- 2 tsp. ground cumin
- 2 tsp. ground coriander
- 1 tsp. chili flakes
- 1 tsp. sweet paprika
- 2 Tbsp. finely chopped preserved lemon peel (available in whole food stores)
- 2/3 cup olive oil, plus extra to finish
- 2 medium eggplants
- 1 cup fine bulgur
- 2/3 cup boiling water (or 2 cups if using course bulgur)
- 1/3 cup golden raisins
- 3 1/2 Tbsp. warm water
- 1/3 ounce (2 tsp.) cilantro, chopped, plus extra to finish
- 1/3 ounce (2 tsp.) mint, chopped
- 1/3 cup pitted green olives, halved
- 1/3 cup sliced almonds, toasted
- 3 green onions, chopped
- 1 1/2 Tbsp. freshly squeezed lemon juice
- 1/2 cup Greek yogurt
- Preheat oven to 400 degrees.
- To make the chermoula, mix together in a small bowl the garlic, cumin, coriander, chili, paprika, preserved lemon, two-thirds of the olive oil, and 1/2 teaspoon salt.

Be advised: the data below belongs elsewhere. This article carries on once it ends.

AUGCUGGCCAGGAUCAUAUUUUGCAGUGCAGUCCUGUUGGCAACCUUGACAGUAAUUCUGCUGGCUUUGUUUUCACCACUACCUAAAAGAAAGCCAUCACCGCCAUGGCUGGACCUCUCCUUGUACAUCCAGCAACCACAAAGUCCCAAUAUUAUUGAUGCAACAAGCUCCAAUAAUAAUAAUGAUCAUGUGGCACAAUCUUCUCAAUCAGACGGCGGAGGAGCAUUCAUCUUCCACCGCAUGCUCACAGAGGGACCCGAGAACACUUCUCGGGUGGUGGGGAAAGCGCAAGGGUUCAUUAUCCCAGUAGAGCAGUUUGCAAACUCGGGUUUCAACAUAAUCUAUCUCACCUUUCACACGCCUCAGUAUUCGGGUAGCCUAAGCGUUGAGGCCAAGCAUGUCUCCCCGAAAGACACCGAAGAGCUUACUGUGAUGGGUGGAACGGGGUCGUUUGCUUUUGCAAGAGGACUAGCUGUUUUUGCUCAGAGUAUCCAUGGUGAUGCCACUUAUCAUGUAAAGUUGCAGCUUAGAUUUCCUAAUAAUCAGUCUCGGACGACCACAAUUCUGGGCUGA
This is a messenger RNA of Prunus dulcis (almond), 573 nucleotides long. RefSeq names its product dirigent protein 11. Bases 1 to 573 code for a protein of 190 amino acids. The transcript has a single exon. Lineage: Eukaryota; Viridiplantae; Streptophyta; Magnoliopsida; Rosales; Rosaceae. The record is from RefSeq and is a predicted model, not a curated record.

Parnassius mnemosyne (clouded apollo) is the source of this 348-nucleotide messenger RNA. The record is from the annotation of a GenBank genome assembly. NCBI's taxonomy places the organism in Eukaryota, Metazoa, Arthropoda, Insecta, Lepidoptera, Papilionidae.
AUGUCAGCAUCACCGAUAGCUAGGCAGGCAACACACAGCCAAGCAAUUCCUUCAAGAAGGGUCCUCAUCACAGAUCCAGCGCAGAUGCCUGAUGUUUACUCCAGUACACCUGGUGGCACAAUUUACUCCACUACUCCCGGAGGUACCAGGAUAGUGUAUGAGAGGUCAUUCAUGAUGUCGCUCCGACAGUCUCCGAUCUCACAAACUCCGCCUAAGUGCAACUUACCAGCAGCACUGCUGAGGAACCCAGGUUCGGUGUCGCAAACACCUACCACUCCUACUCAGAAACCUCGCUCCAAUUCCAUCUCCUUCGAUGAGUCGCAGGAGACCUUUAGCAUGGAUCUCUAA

- Cut the eggplants in half lengthwise. Score the flesh of each half with deep, diagonal crisscross cuts, making sure not to pierce the skin. Spoon the chermoula over each half, spreading it evenly, and place the eggplant halves on a baking sheet, cut side up. Put in the oven and roast for 40 minutes, or until the eggplants are completely soft.
- Meanwhile, place the bulgur in a large bowl with a pinch of salt and the boiling water and cover with plastic wrap to steam for 20-25 minutes, depending on how course your bulgur is.
- Soak the raisins in leftover boiling water. After 10 minutes, drain the raisins and add them to the bulgur, along with the remaining oil. Add the herbs, olives, almonds, green onions, lemon juice and a pinch of salt and stir to combine. Taste and add more salt if necessary.
- Serve the eggplants warm or at room temperature. Place 1/2 eggplant, cut side up, on each individual plate. Spoon the bulgur on top, allowing some to fall from both sides. Spoon over some yogurt, sprinkle with cilantro and finish with a drizzle of oil.